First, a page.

Tag archives for Peru
Lijah Hanley, a member of the 2009 Hands-On Explorer Challenge expedition to Peru, has won the grand prize in the National Geographic Student Expeditions Photo Contest! His love for photography began before he entered the 2009 contest, and he has continued to learn and grow as a photographer since the Peru expedition.
Lijah’s winning photo, called “No Boundaries,” can be seen above. “There is nothing more thrilling than taking the car out on the road and exploring new places. Unfortunately, being a new driver, my parents have set a lot of boundaries that limit how far I can go. I made it as far as the Columbia River Gorge, and it was a perfect crisp clear night for stargazing. So we removed the top of our car, sat on the roof, and gazed into the endless universe. Exploration is not bound by how far your car can take you, but by how far your imagination can take you into the stars,” Lijah says.
In July 1911, Hiram Bingham rediscovered the forgotten Machu Picchu site in Peru. Tomorrow, Peru will celebrate the 100th anniversary of this event. Bingham discovered the site on July 24, 1911, and wrote an article about the site for National Geographic magazine. Machu Picchu is the ruin of an ancient Inca city built more than 500 years ago. Today, it is the most popular tourist destination in Peru.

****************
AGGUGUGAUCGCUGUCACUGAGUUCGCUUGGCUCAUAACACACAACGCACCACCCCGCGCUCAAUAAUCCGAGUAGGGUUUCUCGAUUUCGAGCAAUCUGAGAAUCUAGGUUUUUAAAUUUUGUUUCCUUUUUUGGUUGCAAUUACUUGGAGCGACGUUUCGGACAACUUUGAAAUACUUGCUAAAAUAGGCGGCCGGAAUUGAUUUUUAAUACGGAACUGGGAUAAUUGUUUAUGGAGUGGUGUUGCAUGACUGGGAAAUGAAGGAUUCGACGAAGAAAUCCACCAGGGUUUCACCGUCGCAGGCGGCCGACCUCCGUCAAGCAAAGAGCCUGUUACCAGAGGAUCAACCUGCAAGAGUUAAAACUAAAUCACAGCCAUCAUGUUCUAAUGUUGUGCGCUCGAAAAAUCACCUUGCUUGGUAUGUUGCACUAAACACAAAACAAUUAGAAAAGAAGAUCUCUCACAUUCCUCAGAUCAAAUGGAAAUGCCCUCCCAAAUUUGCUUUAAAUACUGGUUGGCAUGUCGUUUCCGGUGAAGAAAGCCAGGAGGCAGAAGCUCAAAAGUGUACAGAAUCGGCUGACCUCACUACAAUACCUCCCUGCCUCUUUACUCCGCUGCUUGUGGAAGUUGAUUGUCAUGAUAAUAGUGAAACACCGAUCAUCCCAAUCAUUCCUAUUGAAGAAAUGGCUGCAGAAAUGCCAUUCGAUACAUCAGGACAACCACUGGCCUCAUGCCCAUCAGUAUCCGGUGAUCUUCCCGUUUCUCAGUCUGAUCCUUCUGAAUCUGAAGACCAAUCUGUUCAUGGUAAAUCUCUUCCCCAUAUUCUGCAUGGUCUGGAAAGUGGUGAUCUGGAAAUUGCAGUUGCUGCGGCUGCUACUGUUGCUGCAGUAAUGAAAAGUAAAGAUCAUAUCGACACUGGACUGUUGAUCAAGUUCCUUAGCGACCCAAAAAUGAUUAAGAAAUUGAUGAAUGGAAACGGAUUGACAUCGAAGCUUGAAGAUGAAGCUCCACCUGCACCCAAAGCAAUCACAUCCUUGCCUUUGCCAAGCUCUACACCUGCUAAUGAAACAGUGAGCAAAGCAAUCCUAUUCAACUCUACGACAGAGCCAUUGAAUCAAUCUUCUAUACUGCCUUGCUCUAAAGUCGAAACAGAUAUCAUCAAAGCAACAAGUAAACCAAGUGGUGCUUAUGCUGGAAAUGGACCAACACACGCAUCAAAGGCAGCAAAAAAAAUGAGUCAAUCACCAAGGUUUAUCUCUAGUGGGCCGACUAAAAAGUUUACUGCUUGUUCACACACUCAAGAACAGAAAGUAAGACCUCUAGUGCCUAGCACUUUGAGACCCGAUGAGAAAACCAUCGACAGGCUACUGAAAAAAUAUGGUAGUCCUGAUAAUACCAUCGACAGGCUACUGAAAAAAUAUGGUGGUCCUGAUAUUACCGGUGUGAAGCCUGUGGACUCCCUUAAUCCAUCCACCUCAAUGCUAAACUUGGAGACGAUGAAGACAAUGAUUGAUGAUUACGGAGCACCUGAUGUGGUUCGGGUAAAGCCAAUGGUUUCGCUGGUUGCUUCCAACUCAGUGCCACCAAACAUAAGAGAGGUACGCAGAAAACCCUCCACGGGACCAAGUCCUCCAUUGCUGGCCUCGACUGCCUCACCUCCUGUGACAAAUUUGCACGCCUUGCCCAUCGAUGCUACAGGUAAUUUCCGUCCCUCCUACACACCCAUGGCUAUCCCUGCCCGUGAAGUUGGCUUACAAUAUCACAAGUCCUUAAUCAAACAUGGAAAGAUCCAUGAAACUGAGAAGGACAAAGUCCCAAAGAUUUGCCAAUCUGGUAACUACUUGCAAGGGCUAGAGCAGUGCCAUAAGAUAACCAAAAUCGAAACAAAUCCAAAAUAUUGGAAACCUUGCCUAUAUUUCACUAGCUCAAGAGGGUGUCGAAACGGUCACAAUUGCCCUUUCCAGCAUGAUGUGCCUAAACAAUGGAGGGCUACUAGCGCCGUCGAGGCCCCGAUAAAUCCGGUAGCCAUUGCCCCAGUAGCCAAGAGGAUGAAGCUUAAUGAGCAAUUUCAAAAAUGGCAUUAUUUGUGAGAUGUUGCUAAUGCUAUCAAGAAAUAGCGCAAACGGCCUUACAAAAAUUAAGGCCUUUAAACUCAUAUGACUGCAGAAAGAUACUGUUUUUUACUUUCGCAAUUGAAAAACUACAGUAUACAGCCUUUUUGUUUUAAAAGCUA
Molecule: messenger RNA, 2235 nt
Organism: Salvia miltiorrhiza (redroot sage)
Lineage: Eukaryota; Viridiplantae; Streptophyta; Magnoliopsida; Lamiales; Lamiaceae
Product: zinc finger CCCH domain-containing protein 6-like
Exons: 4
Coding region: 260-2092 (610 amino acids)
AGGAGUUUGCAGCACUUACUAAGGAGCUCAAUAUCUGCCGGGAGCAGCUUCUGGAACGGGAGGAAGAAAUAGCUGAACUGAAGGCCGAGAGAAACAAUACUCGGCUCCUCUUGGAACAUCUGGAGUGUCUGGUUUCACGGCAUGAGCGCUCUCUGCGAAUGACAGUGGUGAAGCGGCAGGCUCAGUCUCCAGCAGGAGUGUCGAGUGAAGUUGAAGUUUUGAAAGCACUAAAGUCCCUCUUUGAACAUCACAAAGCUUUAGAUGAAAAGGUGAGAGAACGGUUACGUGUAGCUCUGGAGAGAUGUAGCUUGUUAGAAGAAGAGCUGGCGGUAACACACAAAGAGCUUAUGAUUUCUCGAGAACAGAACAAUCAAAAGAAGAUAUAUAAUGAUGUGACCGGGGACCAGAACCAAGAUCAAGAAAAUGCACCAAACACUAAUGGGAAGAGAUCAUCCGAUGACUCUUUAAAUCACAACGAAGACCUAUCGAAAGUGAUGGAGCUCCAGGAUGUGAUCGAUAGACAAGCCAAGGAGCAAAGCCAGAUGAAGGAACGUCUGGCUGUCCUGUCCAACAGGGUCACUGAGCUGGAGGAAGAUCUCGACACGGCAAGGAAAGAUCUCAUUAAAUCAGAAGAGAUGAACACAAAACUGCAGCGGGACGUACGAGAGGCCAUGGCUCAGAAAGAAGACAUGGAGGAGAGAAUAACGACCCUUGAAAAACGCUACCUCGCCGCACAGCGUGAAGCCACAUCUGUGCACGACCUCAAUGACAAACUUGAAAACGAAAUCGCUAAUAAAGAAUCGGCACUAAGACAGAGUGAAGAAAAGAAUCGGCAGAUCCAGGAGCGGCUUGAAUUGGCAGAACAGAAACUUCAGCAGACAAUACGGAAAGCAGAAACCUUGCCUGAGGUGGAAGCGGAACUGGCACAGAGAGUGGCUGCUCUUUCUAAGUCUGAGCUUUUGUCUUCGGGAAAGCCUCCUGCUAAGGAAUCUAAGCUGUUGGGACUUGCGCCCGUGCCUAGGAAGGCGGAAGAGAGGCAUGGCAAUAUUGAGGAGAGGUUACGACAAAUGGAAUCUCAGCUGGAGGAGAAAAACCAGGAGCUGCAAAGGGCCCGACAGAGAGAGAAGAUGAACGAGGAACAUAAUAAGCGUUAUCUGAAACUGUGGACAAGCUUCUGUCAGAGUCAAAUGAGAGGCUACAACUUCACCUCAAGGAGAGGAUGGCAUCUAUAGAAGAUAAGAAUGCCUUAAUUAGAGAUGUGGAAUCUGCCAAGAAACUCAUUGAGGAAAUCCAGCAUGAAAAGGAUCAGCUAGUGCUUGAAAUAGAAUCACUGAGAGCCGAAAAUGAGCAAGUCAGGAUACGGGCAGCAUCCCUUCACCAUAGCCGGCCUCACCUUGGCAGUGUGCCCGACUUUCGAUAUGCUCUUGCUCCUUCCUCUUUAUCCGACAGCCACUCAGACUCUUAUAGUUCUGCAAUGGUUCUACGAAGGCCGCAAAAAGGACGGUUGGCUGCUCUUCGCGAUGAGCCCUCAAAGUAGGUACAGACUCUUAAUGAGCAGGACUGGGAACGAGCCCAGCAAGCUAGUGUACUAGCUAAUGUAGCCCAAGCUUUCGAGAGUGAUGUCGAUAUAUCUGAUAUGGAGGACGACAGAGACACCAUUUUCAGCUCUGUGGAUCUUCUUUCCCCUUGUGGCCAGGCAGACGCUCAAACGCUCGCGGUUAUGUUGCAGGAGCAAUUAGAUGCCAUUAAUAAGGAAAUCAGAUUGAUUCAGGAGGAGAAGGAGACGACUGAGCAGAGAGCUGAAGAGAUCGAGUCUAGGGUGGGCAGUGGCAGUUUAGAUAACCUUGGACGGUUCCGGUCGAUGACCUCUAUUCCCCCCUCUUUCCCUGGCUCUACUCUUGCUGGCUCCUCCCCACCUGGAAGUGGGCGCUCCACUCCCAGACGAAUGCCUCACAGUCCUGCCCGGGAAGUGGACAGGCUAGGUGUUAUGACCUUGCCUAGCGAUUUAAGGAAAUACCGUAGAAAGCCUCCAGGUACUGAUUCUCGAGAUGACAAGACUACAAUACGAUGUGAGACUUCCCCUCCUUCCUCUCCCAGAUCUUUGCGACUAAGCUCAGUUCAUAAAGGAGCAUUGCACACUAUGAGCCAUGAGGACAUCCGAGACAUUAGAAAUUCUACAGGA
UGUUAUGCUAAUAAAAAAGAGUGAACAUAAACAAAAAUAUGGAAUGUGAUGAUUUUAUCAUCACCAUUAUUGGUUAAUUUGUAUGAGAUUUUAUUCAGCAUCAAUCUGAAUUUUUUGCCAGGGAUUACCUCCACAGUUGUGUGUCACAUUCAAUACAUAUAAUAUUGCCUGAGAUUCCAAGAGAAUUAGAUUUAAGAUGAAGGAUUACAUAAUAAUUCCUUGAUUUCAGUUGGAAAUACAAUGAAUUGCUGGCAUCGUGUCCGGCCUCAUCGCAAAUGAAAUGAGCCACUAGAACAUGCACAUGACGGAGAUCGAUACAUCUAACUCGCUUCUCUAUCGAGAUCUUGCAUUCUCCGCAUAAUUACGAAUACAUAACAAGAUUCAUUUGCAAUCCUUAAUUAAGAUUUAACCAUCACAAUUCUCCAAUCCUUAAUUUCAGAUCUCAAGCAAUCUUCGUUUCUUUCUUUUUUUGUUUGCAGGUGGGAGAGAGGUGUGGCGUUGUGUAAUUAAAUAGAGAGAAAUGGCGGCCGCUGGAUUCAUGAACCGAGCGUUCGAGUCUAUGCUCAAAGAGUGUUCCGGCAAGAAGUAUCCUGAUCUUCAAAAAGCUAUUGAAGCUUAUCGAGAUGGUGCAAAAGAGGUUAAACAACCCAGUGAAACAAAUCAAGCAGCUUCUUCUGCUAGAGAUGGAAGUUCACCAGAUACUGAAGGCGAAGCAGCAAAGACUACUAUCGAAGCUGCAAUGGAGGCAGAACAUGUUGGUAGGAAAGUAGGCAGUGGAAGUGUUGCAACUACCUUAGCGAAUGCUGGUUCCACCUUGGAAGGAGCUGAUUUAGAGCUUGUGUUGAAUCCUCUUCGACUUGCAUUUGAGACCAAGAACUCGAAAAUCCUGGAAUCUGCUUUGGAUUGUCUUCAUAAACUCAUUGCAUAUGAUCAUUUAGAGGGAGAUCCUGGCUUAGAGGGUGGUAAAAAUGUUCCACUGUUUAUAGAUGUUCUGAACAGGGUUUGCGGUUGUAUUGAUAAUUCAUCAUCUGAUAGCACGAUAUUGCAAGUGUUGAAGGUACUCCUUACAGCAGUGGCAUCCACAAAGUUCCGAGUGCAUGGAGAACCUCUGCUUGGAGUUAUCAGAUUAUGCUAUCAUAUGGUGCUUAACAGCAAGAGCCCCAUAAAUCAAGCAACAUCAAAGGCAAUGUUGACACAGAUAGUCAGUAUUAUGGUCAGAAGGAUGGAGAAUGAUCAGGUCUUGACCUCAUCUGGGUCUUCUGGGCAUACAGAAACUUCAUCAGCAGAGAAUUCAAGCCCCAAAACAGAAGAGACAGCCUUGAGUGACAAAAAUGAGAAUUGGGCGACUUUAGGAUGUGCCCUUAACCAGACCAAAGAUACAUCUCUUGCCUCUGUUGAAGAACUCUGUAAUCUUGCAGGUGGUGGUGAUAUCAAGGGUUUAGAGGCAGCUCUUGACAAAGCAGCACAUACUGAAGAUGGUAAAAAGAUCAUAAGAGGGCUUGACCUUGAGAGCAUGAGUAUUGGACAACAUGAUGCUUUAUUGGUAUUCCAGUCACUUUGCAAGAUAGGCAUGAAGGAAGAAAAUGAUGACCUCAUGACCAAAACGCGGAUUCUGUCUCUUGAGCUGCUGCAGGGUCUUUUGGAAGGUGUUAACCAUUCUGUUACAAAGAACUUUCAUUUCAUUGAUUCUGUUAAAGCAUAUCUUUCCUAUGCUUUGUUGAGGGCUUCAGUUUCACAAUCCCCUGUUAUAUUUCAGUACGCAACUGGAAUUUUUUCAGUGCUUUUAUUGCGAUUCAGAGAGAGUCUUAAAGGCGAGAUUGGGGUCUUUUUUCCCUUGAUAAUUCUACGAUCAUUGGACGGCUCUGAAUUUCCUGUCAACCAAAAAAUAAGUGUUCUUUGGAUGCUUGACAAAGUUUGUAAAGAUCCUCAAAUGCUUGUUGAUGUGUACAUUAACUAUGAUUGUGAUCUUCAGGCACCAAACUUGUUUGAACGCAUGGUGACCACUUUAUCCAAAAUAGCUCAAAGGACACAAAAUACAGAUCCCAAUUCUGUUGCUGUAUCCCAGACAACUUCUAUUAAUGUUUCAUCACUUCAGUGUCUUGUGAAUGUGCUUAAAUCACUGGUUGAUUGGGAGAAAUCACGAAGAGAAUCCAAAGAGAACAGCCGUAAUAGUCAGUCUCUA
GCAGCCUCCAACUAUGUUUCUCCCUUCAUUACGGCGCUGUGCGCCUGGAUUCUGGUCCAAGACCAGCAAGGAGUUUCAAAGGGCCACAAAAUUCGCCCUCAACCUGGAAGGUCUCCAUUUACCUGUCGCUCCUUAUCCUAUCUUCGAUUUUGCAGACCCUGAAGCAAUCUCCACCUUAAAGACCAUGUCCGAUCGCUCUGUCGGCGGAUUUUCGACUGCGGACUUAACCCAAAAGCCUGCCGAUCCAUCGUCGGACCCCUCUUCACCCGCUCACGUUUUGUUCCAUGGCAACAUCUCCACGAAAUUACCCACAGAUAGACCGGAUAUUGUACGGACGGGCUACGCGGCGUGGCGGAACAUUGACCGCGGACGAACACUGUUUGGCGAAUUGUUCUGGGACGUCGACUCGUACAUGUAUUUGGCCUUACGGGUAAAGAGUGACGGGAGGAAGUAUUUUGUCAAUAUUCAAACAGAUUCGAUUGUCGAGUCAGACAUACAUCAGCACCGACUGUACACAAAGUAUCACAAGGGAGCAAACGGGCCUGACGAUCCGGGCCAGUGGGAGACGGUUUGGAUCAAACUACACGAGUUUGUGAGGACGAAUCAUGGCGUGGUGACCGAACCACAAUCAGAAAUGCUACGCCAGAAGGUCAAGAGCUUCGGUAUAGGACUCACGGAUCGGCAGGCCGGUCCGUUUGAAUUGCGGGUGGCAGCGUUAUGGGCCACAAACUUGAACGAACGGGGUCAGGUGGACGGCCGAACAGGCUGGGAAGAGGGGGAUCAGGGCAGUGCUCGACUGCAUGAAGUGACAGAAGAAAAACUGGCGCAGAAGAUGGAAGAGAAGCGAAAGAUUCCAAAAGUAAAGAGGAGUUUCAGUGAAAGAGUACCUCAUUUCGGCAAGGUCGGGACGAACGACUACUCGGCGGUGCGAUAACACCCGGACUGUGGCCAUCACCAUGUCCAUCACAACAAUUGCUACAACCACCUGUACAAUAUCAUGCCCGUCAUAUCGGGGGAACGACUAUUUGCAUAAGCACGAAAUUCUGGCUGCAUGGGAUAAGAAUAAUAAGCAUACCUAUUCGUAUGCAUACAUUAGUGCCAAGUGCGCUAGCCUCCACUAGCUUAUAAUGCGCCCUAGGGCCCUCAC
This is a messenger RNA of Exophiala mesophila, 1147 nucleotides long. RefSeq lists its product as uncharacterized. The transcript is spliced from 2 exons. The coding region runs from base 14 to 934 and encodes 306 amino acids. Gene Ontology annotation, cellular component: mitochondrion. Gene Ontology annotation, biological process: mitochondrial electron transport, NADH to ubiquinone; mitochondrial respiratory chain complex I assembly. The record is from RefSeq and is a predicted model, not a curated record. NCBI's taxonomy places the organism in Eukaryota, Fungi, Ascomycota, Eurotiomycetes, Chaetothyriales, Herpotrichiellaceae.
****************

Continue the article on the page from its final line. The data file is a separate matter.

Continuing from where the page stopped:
Photograph by Miguel Vilaxa, My Shot
Scientists have uncovered the fossils of prehistoric penguins in Peru. Evidence from the fossils suggests that these giant penguins, called water king penguins (Inkayacu paracasensis), had reddish-brown colors on the underside of their wings. But that’s not the only unusual thing about this ancient bird–it was also about 5 feet (1.5 meters) tall!
Learn more about the giant water king penguin on National Geographic News.
Get the facts on emperor penguins, the world’s largest living penguins.
Illustration courtesy Katie Browne, U.T. Austin
The fossilized remains of a giant species of sperm whale have been found in a desert in Peru! The 60-foot (18-meter) giant whale is called Leviathan melvillei after Herman Melville, the author of the novel about a whale called Moby-Dick. A study in Nature says that the whale’s massive teeth may mean that the whale actively hunted other whales and not only eating giant squid, like today’s sperm whale.
Learn more about Leviathan melvillei on National Geographic News.
How much do you know about the largest living species of whale? Quiz Your Noodle and find out!
Illustration by C. Letenneur, Muséum National d’Histoire Naturelle, Paris, France
The winners of the 2009 Hands-On Explorer Challenge contest flew to Peru on May 22 to begin exploring the wildlife, culture, and history of this South American country! The talented 15 kids and two teachers have already visited Lima, where expedition team member Lijah was fascinated by the face-shaped pottery at the Rafael Larco Herrera Archeological Museum.
Tomorrow they’re off to Machu Picchu. Follow their adventures in the Hands-On Explorer Trip Blog!
Check out their blog entries on the Hands-On Explorer Trip Blog.
Read excerpts from the winners’ essays on National Geographic Kids.
Check back in April to find out who won, and catch a glimpse of the winning photos and essay excerpts!
The 2009 Hands-On Explorer Contest is now closed. No new entries will
be accepted by the judges. It’s time to wait to find out who won!
There are a few days left to enter the 2009 Hands-On Explorer Challenge! The postmark date is February 5. All entries must be received by February 12. So finish your essay, choose your photo, and enter the contest!